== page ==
“Twenty years ago, the only human bodies I’d see represented were on TV and in ads,” says ModCloth’s founder, but with social media, “I get to choose my own tastemakers and be a tastemaker myself.”
Proof of these expectations can be found all over social media. A few weeks ago, Facebook removed a photo of a plus-sized model, claiming it violated their “health and fitness” policy, and that it depicted “a body or body parts in an undesirable manner.” And when model Stina Sanders posted photos of herself without makeup and bleaching her upper lip to Instagram, she lost thousands of followers. If people are reporting and unfollowing “real” images like this, is Truth in Advertising—no makeup, no touch-ups, and a diversity of bodies—really what we want to see?
Even ModCloth, though they do show a diversity of models, relies heavily on user-submitted images of customers wearing their clothing, so users can see their outfits on an even wider range of bodies. And while not being able to represent everyone is a fact of logistics—”We can’t shoot everything on 60 different body types, and even if we did that, we wouldn’t be showing the full range,” says Koger—it still puts the onus on the underrepresented to see themselves represented.
“Facebook and Instagram lean on their communities to help moderate content. And while we’re making progress, there are totally people out there who see anything that veers from the norm of beauty and get upset by it,” says Koger. But that’s exactly why she believes the bill is important—to start normalizing this sort of imagery. “Diverse representation makes it less of an issue. But until it’s normalized, we’ll have to continue to make a stand, and say that this is what we want to see in media.”
Koger does believe that real diversity is what people want to see—and what consumers have been searching for outside of traditional media. “Twenty years ago, the only human bodies I’d see represented were on TV and in ads,” says Koger, but with social media, “today I get to choose my own tastemakers, choose my own media, and be a tastemaker myself.”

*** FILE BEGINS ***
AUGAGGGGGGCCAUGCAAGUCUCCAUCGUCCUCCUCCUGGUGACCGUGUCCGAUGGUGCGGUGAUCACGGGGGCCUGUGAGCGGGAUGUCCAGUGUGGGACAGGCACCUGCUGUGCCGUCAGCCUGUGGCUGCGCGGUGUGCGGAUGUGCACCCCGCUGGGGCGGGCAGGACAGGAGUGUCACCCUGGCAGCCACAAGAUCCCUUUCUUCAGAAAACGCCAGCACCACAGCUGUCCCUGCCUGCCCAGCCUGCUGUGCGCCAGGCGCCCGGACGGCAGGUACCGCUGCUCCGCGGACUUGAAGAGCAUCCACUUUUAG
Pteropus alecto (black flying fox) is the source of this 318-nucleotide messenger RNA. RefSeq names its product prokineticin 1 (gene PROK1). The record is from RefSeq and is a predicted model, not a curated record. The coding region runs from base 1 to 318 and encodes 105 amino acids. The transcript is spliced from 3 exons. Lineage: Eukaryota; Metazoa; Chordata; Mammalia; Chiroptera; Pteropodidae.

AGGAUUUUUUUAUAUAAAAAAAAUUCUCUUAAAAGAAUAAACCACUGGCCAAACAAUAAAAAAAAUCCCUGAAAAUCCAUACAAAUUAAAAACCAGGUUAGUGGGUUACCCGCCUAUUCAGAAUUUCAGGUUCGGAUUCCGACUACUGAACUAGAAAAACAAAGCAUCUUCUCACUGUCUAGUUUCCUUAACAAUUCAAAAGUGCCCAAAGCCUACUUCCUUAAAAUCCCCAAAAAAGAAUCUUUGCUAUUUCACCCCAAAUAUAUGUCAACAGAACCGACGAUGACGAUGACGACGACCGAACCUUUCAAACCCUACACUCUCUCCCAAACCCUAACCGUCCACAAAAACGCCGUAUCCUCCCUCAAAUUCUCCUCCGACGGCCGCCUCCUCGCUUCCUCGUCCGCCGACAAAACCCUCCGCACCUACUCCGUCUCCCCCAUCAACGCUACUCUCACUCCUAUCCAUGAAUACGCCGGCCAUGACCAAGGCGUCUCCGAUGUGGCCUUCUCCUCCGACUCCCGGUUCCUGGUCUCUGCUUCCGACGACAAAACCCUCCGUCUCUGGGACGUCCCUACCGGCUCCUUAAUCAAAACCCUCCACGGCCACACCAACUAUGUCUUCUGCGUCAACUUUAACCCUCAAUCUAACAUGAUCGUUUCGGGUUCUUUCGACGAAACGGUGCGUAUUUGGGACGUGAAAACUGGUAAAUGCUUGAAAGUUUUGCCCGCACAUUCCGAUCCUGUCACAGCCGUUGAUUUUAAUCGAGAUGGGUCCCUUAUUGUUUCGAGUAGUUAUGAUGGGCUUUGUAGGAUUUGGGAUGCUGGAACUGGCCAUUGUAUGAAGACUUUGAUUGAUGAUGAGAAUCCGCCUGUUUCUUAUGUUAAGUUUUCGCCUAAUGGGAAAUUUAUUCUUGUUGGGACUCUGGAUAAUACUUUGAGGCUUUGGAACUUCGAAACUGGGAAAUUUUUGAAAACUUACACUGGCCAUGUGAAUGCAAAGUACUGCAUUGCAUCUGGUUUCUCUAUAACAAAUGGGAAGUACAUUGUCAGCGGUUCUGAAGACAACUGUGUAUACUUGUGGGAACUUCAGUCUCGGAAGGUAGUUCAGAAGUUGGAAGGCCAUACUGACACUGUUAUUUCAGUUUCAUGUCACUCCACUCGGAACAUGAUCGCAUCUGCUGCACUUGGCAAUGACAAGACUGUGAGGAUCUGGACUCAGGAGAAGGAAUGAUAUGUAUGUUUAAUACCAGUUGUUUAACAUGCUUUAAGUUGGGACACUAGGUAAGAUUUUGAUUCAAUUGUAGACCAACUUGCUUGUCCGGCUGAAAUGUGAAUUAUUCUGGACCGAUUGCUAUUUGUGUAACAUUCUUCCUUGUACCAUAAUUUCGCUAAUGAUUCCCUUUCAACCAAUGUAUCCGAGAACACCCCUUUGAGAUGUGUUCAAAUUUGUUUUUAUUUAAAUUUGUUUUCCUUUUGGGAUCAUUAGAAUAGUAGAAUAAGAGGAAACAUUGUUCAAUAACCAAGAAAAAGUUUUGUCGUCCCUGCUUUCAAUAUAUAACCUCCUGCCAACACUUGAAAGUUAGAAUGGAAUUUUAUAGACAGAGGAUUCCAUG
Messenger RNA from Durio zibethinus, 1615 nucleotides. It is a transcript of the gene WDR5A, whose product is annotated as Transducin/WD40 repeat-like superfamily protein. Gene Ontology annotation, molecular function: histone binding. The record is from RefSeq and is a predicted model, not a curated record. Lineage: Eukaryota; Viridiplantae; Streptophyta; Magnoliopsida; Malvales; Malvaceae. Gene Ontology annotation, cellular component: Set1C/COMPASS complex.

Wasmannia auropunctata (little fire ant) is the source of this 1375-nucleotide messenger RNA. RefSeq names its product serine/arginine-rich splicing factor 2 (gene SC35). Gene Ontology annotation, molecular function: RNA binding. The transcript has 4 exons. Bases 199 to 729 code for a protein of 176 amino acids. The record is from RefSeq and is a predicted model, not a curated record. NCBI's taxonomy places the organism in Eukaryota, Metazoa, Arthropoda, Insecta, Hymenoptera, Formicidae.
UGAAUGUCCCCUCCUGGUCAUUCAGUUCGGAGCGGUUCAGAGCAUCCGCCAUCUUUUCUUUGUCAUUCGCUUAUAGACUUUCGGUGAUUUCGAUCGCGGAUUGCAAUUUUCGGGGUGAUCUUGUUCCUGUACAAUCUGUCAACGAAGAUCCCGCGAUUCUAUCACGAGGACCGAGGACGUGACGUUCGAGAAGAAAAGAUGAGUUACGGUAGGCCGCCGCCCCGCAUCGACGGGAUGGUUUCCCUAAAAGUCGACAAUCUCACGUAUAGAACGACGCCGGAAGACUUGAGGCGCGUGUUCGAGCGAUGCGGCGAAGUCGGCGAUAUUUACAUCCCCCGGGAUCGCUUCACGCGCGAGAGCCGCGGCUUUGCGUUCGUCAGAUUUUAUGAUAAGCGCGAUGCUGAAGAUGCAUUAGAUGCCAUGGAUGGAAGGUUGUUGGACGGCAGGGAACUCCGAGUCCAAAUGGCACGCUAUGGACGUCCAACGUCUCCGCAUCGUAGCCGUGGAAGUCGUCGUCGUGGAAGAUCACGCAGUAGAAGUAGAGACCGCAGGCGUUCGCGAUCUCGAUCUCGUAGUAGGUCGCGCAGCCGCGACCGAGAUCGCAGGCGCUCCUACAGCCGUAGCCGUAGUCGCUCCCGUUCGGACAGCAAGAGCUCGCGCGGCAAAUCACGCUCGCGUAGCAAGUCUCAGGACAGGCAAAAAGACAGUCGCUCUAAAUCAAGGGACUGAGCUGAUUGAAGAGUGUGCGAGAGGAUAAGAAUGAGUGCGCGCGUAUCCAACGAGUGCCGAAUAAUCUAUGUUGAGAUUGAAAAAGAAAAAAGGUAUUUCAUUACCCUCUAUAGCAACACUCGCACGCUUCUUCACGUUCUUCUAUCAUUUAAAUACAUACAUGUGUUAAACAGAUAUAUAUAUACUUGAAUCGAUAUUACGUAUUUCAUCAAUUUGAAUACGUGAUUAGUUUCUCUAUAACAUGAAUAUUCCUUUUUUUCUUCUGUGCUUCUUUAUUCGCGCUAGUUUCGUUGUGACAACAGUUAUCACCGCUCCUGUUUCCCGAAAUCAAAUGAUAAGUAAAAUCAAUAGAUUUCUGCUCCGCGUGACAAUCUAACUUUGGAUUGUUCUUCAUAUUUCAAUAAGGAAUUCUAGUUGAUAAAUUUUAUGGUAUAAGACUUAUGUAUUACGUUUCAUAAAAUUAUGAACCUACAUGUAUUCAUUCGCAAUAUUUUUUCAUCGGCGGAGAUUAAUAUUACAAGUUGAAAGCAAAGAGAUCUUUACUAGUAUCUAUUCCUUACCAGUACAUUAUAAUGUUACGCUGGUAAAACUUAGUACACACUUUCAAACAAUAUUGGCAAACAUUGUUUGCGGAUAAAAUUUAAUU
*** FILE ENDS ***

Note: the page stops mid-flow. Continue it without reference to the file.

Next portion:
Change has been happening, slowly. Target has recently featured TV ads with model Jillian Mercado, who is a wheelchair user. Thinx panties ads now feature a trans model in their underwear. And consumers are voting with their dollars. That Aerie campaign, flawed as it was, still boosted the company’s sales by 9 percent.
Yet, in an ideal world, advertising choices shouldn’t solely be a matter of what is known to sell, because skinny people always sell. Representation in retail should be diverse because that’s what clientele looks like—and also because it’s fair. Fashion is about aspiration imagery, says Koger, but that “aspiration” cannot just be about being the skinniest, whitest, most conventionally beautiful person. “That aspiration is someone who feels confident and beautiful in who she is, and that can take lots of different forms,” says Koger. Hopefully more companies will realize that, bill or no bill.